Cryptocurrency Regulation Tracker






Since its birth in 2008, cryptocurrency has grown in popularity and become an important part of the global financial system. Cryptocurrencies may significantly alter financial structures as they exist today and transform the next generation of money and payments. However, these changes come with significant concerns around cryptocurrencies for their potential negative impacts on markets, investors, users, and the environment. Governments around the world are looking to create regulations to prevent these harms while encouraging the innovative capabilities of cryptocurrencies. 

We look at 60 countries— this includes G20 member states, in addition to countries with the highest rates of cryptocurrency adoption. This new research categorizes and explains how the world’s largest economies and those with high rates of cryptocurrency activity are regulating cryptocurrencies within their jurisdictions.

60 countries

We analyze how 60 countries have regulated crypto-assets in their jurisdictions. For each country, the regulated actors can be cryptocurrency issuers, cryptocurrency exchanges, traditional financial institutions, service providers, or miners.

Legal status

Each country is assigned one of the following regulatory statuses: legal (where all activities are permitted), partial ban (where one or more activity is not permitted), and general ban (where all activity is limited).

Regulatory categories

Countries regulate actors in the crypto sector using tax policy, requirements to combat money laundering and terrorist financing, consumer protection rules, and licensing and disclosure obligations. The map below considers these four categories of regulation.

Click on a country to see status. Click on “see more” to view further details.

Last Updated: September 2023

Key findings

Among the 60 countries we studied, cryptocurrency is legal in 32, partially banned in 19, and generally banned in 8. In ten G20 countries, representing 50% of the world’s GDP, crypto-assets are fully legal. Regulation is under consideration in all G20 countries.

Both emerging-market and advanced economies lag on regulatory development. Only 25% of the economies studied have regulations in place on taxation, AML/CFT, consumer protection, and licensing. Only 16% of the emerging market countries have all the above regulations.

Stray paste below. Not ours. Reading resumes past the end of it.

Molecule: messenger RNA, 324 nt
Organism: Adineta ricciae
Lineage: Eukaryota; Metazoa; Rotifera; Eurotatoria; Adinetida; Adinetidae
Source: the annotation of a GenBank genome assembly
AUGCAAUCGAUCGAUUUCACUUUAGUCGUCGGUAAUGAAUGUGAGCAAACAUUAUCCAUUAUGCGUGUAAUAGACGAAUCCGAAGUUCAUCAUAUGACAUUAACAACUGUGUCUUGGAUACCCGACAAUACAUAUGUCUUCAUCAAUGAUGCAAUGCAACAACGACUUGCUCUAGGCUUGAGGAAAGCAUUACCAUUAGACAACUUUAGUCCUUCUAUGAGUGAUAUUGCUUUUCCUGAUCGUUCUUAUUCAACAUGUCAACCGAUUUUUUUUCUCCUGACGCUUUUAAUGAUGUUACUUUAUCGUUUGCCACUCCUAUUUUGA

Among the countries reviewed, there is a generally weak relationship between cryptocurrency adoption rates and regulatory restrictiveness. Six of the top ten countries in cryptocurrency adoption have partial or general bans in place.

Crypto-asset regulations are changing rapidly around the world. Of the countries reviewed, nearly two-thirds are in the process of making substantial changes to their regulatory framework, often through new and bespoke legislation addressing cryptocurrency markets.

Experimentation is widespread. Countries use regulatory sandboxes to test and co-operate with the private sector. Canada, Italy, Mexico, and Saudi Arabia have developed regulatory sandboxes. Japan has associations for exchanges and issuers to encourage self-regulation.

Since the fall of FTX, cryptocurrency exchanges have come under more scrutiny. Regulatory authorities globally are looking to promote responsible industry standards and prevent negative impacts arising from regulatory arbitrage.

Stablecoins, which are usually backed by a fiat currency, constitute the next frontier of crypto regulation. In the US, UK and Thailand stablecoin regulation is under consideration. In the EU, fiat-backed stablecoins will be regulated under MiCA legislation.

Consumer protection rules that can prevent fraud are lagging behind. Less than one-third of the countries reviewed have rules in place to protect consumers. Such rules include advertising regulations, cybersecurity requirements for service providers, investor accreditation, and others.

Of the 60 countries analyzed, 90% have active central bank digital currency (CBDC) projects in addition to cryptocurrency regulations. This indicates that countries adapt and update cryptocurrency regulations simultaneously as they explore CBDCs.

The Role of Global Governance Institutions

Standard setting bodies play an important role in creating governance and industry standards in addition to promoting global cooperation on crypto-asset regulation.

Click on the legend to see details. Hover and click on a card to view more details.

Research team: Ananya Kumar, Alisha Chhangani, Harry Yeung, and Greg Brownstein

Development team: Frank Ngoga and Christophe de Jonge

Cryptocurrency adoption rates are from Chainalysis’ “Geography of Cryptocurrency 2023” report.

Subscribe for the latest from the GeoEconomics Center

Sign up for the GeoEcon mailing list to stay up-to-date on our publications and events.

  • This field is for validation purposes and should be left unchanged.